IT could be that at least some of the stories we hear about the traditionally corrupt politician running after power and pelf are exaggerated, but over the last couple of years there have been appalling revelations of politicians indulging in all sorts of unethical practices. Such practices pertain not only to the money they made while in office but also to the cheating they resorted to in order to get elected. Scores of them were discovered to have fake academic degrees, dodged taxes, avoided paying utility bills and hidden dual nationalities. Invariably, the embarrassing discovery was made by either the judiciary, the National Accountability Bureau or the media. Under these circumstances, the lead given by the PML-N leadership in matters of internal scrutiny of all ticket seekers deserves to be followed by other parties. The “no corruption” pledge by over 3,000 PML-N hopefuls on Friday is of little consequence. Politicians the world over make promises only to ignore them when in power. What is precedent-setting is the PML-N’s decision that it will itself scrutinise the credentials of all candidates. This makes eminent sense and should serve to save the party and the candidates themselves from embarrassment.
The new nomination form designed by the ECP is comprehensive and seeks details to ensure that a candidate contesting elections conforms to its eligibility criteria. The form has been criticised, with many politicians objecting to the ECP’s wish to know details which they say are not relevant, and that fall within the jurisdiction of other state institutions. While it is certainly true that some of the information the ECP requires is totally unnecessary and intrusive, those candidates with nothing to hide should have no reason to fear such scrutiny.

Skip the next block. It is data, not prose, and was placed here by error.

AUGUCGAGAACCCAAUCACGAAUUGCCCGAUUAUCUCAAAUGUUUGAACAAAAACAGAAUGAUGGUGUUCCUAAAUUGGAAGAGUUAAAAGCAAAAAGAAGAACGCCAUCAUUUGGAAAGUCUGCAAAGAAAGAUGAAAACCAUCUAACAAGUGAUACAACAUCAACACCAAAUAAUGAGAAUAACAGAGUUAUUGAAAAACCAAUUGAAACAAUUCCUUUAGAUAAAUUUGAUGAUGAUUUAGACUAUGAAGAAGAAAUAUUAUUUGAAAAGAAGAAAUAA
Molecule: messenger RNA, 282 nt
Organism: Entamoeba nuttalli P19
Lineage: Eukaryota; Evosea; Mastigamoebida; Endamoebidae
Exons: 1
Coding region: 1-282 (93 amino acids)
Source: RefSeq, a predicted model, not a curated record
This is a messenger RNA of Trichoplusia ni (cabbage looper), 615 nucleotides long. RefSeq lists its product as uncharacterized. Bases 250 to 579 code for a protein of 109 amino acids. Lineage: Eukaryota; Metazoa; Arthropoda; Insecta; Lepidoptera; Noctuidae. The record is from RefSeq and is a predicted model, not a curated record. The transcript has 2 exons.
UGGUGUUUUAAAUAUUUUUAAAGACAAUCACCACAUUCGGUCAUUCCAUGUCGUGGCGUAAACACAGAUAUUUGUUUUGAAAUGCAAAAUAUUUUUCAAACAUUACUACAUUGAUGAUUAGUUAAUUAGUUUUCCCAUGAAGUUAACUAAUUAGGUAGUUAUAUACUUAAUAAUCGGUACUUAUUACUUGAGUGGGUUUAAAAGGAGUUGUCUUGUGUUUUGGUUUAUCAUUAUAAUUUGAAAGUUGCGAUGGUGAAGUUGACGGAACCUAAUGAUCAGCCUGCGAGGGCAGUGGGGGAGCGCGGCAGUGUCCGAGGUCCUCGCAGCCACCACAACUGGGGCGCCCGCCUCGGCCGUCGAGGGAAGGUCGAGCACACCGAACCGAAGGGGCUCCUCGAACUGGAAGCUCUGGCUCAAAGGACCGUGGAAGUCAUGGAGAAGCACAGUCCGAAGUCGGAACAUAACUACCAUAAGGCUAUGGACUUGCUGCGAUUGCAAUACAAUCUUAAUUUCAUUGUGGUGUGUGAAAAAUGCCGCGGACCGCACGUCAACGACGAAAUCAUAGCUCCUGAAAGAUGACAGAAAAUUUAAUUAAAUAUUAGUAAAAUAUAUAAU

It is here that an internal scrutiny system could prove useful. Let us accept: the PML-N ‘hopefuls’ are powerful people. Their list is long. The PML-N has been a ruling party and quite a few of its members, including some at the top, have been involved in shenanigans of all sorts. Will the leadership of the PML-N refuse tickets to them? Party candidates may make any number of solemn pledges because they wouldn’t get tickets otherwise, but their record in office speaks louder than their pledges of honesty. It is better that political parties themselves reject those with dubious credentials instead of leaving it to the ECP, or any other authority, to herald their disqualification by going public with details of fraud, cheating and criminality.